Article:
There was a passionate need in the late 1950s, when Harvey Mudd College was being created. In that time, the world of science and engineering was still heavily conditioned by the experiences of WWII, only ten years past. Scientists and engineers had become thoroughly involved in the "war effort" which included, of course, the Manhattan Project. Creation of nuclear weaponry was, to put it mildly, a "wakeup call" to people in the technical professions, though it was by-no-means alone in wartime experiences. What came out of this "wakeup call" was the realization that scientists and engineers should not allow themselves to become simple-minded tools of massive political or economic regimes. They must be educated to think through the human and social ramifications of their work; they must be able to argue through their own responsibilities in newly created situations; and they must be fully ready to engage with the social and political world around them, equipped with a sense of history, with political sensitivity, and with a strong sense of human values. This is a need that we felt passionately. Most of the people who became leaders at Harvey Mudd -- the president, the department chairs, and many of the faculty -- had relevant personal experiences.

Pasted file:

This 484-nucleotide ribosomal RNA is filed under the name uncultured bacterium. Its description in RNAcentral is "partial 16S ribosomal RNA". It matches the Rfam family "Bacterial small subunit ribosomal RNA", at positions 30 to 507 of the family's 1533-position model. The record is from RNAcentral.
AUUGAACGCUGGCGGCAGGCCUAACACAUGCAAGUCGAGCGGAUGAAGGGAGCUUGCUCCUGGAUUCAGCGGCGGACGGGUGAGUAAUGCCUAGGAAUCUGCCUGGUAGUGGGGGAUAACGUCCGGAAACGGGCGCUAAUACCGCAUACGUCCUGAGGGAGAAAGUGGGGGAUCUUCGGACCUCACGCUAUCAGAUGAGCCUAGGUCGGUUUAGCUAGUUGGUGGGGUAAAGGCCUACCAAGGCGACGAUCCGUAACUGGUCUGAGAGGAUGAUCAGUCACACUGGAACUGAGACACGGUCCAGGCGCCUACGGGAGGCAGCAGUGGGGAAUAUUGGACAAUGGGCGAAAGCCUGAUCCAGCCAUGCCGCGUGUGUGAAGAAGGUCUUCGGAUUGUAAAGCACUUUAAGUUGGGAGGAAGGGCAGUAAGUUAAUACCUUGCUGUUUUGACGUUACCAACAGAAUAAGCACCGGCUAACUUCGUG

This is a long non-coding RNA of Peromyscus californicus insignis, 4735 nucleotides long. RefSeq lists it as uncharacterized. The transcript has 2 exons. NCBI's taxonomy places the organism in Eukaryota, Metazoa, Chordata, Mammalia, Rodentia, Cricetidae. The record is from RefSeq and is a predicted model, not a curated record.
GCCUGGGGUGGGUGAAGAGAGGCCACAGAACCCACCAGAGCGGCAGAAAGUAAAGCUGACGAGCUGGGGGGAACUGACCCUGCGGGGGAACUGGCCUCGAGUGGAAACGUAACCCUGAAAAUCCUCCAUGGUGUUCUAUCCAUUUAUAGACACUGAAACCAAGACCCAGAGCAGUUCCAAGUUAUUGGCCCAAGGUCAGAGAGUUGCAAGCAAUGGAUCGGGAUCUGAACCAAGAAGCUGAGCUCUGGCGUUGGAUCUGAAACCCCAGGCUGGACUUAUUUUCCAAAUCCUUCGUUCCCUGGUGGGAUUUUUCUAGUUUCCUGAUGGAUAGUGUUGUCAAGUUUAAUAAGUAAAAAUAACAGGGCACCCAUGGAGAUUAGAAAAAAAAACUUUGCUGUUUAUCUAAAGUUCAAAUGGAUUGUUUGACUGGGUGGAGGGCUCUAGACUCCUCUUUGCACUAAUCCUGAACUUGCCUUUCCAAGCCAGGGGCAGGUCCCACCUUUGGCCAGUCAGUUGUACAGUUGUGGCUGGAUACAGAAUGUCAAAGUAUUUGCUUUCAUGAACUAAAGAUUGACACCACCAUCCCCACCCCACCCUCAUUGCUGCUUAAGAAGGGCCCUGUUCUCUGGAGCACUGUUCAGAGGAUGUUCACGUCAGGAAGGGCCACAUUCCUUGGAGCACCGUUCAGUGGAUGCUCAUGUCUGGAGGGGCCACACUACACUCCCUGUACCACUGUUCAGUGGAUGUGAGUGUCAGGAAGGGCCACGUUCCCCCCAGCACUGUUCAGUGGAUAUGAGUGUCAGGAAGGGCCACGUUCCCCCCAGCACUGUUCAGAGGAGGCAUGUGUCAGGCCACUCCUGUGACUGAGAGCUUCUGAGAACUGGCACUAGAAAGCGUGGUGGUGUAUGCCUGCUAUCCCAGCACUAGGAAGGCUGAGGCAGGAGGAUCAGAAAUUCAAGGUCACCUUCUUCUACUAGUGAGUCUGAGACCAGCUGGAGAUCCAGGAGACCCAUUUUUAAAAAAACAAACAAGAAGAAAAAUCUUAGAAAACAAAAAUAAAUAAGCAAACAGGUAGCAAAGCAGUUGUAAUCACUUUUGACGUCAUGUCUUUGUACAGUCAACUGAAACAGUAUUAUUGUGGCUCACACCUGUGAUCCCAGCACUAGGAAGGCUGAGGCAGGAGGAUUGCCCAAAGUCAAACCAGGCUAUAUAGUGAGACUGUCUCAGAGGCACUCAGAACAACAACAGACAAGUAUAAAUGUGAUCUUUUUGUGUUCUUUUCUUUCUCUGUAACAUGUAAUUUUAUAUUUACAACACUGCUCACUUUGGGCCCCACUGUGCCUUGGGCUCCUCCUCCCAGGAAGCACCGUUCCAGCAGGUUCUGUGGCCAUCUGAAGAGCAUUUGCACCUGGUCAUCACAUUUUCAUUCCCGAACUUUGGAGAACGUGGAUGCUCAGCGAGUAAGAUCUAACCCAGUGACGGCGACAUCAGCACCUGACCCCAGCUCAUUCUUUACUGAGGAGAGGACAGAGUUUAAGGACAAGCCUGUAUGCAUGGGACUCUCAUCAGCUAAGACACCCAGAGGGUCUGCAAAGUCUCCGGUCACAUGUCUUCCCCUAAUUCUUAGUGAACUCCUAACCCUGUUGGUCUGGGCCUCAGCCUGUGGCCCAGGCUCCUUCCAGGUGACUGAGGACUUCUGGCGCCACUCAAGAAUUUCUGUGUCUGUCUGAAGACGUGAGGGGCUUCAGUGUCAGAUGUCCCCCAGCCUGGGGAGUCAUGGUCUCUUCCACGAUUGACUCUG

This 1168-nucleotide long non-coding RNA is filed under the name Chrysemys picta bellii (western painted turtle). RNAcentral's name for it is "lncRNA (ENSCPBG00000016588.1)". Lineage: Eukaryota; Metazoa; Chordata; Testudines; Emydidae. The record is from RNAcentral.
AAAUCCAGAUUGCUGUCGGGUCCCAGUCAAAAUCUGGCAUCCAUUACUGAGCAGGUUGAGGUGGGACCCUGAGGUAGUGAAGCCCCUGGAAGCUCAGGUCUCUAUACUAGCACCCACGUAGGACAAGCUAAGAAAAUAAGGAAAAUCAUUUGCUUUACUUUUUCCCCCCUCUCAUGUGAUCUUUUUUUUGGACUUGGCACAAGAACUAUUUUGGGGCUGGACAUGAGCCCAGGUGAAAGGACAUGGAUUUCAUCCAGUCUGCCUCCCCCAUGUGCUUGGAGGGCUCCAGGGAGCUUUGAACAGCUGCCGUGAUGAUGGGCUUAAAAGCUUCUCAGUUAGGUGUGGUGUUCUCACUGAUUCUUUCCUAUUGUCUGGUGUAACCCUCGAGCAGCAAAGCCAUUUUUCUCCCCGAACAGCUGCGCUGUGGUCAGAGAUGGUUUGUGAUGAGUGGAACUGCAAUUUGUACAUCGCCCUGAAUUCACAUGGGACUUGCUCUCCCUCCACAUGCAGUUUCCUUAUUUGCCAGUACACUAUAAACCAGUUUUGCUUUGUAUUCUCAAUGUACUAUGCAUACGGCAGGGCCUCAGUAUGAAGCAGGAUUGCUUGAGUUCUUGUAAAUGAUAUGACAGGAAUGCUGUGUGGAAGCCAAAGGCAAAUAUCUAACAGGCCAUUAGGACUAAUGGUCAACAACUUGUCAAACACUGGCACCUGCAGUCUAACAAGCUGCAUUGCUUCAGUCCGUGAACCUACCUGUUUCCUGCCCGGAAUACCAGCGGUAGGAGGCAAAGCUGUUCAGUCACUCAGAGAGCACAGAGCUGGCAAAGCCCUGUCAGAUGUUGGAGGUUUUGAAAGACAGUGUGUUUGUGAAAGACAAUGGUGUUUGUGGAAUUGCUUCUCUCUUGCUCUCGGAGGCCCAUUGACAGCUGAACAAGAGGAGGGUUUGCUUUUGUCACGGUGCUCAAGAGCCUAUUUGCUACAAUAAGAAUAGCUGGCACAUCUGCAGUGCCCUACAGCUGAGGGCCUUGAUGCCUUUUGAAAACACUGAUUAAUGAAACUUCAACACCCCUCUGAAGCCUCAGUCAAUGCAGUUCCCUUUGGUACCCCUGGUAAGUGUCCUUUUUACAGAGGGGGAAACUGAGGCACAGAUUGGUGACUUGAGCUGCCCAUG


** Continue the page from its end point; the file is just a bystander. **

Thus, Harvey Mudd's curriculum, with its strong emphasis on humanities and social sciences (originally one third of the required courses) and its generalist, design-oriented engineering, was a dramatic attempt to change the world of science and engineering education. The mission guided curriculum planning; it was effective in attracting students and faculty; and it was an attractive endeavor to donors. Today, however, we have largely forgotten WWII, and the reduction in tension between the US and the Soviet Union has allowed us to forget the enormous arsenals of intercontinental ballistic missiles armed with nuclear and biochemical weapons that scientists and engineers of both nations have given to the world. In spite of occasional periods of national conflict and military activity, American society has become largely complacent about dramatic world issues and has become immersed in an economy of domestic production and consumption. Generally speaking, anxiety about nuclear fallout has been replaced with anxiety about stock markets, lifelong careers, and securing a competitive potential in a society of consumerism. If breadth of learning is really relevant to education, today, it is no longer obvious how or why. It is doubtful that anything in this program kindles passion.